The coronation ceremony sees the crowning of the new king. This ancient ceremony is an occasion for spectacle and celebration. The English ceremony has remained essentially the same for a thousand years. For the last nine centuries, the coronation ceremony has always taken place at Westminster Abbey in London. It is normally conducted by the Archbishop of Canterbury.
The first English king to be crowned at the Abbey was William the Conqueror in 1066. Thirty-eight coronations have taken place in the Abbey, including that of Queen Elizabeth II and thirty-nine monarchs have been crowned. The Coronation Regalia form a key part of the ceremony. These sacred objects, which represent the powers and responsibilities of the monarch, are presented to the new king or queen during the service. The collection includes St Edward’s Crown, the Imperial State Crown, the Sovereign’s Sceptre with Cross and the Sovereign’s Orb. St Edward’s Crown was made for the Coronation of Charles II in 1661 as a replacement for the medieval crown melted down in 1649, after the execution of Charles I. St Edward’s Crown was last used for crowning Queen Elizabeth II in 1953.
The Imperial State Crown was made for the Coronation of King George VI in 1937, replacing a crown made for Queen Victoria. The crown includes the Cullinan II Diamond, the second largest stone cut from the great Cullinan Diamond. The Cullinan Diamond is the largest diamond ever discovered. The Imperial State Crown is worn by the monarch to leave Westminster Abbey after the ceremony. The Sovereign’s Sceptre with Cross was made for the Coronation of Charles II in 1661 and has been used at every coronation since. The Sceptre includes the magnificent Cullinan I Diamond, the largest colourless diamond in the world. The Sovereign’s Orb is a representation of the monarch’s power. It symbolises the Christian world with its cross set on a globe. The gold Orb weighs 1.32kg and is mounted with emeralds, rubies and sapphires surrounded by diamonds and pearls. During the coronation service, the Orb is placed in the right hand of the monarch. It is then placed on the high altar before the moment of crowning.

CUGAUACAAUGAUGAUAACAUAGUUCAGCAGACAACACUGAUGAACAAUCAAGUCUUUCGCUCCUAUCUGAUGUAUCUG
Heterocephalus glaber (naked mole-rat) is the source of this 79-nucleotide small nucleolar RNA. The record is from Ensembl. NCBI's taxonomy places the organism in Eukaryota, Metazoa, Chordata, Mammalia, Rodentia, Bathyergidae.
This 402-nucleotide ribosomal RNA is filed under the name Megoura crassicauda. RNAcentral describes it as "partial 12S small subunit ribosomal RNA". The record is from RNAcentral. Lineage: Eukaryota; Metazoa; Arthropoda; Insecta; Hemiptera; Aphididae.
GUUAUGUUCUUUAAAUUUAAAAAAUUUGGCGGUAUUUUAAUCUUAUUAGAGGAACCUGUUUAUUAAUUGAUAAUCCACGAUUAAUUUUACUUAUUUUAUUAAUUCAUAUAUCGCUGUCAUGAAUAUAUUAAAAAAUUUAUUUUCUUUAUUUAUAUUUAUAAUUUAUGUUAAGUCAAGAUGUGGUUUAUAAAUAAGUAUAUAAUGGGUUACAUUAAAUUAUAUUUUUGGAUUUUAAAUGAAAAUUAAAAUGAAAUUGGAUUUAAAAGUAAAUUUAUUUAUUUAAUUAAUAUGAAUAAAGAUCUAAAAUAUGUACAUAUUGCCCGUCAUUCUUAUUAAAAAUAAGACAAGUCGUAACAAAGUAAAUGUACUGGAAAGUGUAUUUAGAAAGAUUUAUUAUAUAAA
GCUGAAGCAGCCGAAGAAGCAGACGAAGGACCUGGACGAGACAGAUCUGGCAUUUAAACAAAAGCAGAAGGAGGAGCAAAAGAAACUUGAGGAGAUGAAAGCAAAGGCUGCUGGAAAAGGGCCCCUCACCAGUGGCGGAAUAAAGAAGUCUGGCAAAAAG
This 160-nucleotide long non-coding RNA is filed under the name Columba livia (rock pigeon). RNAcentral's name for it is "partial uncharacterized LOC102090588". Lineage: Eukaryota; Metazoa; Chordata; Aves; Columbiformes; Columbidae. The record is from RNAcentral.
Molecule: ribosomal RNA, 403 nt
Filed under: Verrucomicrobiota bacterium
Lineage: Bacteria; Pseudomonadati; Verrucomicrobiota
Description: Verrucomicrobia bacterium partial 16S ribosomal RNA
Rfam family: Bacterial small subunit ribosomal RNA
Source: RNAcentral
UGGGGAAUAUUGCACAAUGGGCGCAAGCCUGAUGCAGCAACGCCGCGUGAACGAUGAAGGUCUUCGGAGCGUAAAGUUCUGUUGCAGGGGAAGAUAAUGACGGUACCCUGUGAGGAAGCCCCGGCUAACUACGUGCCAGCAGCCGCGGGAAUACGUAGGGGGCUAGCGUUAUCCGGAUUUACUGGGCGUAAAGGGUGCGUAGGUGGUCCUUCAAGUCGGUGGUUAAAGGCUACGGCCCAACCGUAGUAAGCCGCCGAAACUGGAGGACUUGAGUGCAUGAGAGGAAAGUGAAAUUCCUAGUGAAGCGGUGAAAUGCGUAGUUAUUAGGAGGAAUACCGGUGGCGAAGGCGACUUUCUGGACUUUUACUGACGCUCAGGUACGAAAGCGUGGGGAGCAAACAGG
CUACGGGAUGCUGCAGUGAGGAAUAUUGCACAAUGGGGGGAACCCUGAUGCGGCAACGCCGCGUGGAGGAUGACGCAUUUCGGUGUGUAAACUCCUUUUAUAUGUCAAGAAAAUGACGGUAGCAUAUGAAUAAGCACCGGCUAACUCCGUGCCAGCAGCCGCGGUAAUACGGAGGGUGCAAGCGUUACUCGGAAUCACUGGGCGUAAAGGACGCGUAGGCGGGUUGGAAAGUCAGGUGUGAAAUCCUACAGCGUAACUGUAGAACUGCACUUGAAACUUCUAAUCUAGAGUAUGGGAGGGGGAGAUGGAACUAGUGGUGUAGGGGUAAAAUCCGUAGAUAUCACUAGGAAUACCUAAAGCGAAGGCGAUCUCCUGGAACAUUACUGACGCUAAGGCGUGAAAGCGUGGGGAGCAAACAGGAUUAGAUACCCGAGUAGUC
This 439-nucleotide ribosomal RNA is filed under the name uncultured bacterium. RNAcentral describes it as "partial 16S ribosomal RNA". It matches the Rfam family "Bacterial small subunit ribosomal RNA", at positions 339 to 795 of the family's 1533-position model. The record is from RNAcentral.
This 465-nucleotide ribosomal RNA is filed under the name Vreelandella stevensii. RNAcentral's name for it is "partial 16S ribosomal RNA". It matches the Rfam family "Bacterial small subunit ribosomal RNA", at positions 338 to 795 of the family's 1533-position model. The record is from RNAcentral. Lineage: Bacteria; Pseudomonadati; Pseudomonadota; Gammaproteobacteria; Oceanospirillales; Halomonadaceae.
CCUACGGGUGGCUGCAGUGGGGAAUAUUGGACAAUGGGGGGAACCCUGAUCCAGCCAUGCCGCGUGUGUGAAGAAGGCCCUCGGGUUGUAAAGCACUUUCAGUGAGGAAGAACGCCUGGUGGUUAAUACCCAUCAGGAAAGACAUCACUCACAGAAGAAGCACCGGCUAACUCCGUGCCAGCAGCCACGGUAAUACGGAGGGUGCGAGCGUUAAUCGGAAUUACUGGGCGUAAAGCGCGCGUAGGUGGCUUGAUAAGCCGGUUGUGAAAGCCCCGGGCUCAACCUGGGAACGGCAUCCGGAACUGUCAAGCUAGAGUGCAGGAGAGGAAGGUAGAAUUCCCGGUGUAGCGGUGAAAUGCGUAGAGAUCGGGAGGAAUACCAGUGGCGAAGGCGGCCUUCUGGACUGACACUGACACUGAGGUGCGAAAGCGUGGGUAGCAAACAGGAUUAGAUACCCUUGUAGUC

The lost medieval crown dated back to the 11th century and belonged to the royal saint, Edward the Confessor. The medieval Crown Jewels were sold or destroyed in the mid-17th century. In 1649, at the close of the English Civil War, Charles I was executed and items from the Royal Collection were sold by Parliament to fund the new government. Jewels were sold and items of silver and gold were melted down and turned into coins. By 1660 the monarchy was restored, and Charles II ordered the creation of the new regalia for his Coronation in 1661. These make up a large proportion of the Crown Jewels which can be seen today.